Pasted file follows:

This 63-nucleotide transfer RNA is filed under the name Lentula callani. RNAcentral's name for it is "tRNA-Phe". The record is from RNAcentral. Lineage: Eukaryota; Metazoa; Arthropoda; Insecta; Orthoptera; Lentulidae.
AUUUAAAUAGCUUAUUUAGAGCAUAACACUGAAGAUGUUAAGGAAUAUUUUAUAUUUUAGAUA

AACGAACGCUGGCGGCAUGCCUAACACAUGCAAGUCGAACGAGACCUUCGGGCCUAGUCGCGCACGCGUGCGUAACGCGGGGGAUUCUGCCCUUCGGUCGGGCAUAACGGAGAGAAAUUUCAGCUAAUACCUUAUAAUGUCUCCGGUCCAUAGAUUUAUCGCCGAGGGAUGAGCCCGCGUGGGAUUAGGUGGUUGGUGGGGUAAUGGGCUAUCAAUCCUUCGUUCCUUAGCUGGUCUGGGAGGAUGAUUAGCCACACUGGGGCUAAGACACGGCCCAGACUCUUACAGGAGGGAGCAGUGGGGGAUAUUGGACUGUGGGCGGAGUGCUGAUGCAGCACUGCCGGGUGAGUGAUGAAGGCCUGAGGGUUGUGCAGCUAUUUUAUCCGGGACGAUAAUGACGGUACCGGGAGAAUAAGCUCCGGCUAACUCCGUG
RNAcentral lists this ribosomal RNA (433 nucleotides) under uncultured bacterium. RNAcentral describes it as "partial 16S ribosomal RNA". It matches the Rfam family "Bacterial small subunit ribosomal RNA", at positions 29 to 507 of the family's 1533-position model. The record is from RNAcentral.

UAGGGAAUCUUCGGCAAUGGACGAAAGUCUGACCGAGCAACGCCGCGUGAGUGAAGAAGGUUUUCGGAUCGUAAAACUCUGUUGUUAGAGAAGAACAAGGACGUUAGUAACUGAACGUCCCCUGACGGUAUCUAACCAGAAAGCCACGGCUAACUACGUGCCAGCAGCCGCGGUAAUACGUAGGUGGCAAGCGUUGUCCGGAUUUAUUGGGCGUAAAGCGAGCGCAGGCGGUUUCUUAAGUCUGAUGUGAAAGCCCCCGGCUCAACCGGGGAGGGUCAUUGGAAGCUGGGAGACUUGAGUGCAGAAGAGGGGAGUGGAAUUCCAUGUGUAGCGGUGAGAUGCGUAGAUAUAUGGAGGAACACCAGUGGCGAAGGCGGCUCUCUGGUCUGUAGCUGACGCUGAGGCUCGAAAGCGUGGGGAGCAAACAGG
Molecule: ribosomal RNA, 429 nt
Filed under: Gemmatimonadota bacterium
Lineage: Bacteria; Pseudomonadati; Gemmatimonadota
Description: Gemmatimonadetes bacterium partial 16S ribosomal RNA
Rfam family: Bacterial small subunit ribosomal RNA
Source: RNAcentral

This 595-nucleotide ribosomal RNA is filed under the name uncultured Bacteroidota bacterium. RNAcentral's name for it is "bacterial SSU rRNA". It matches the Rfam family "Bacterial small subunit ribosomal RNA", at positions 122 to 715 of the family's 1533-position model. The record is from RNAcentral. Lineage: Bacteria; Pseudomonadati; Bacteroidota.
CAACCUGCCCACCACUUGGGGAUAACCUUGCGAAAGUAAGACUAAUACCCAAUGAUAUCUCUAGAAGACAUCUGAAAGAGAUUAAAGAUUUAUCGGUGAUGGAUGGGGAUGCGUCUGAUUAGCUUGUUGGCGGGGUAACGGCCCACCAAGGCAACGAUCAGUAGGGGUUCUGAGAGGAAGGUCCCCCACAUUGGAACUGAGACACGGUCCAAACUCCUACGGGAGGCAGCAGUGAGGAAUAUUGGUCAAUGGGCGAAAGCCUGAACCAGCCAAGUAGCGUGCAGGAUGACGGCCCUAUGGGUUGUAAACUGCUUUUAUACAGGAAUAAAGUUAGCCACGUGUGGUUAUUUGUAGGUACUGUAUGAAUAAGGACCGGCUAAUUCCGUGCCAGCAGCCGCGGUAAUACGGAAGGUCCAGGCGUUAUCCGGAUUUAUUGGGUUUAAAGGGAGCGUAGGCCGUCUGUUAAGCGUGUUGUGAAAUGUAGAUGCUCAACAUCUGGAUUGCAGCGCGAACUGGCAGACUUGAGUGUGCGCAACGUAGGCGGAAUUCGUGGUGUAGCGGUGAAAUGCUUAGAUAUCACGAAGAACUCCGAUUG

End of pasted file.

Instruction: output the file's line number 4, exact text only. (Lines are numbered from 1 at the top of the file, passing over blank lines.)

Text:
RNAcentral lists this ribosomal RNA (433 nucleotides) under uncultured bacterium. RNAcentral describes it as "partial 16S ribosomal RNA". It matches the Rfam family "Bacterial small subunit ribosomal RNA", at positions 29 to 507 of the family's 1533-position model. The record is from RNAcentral.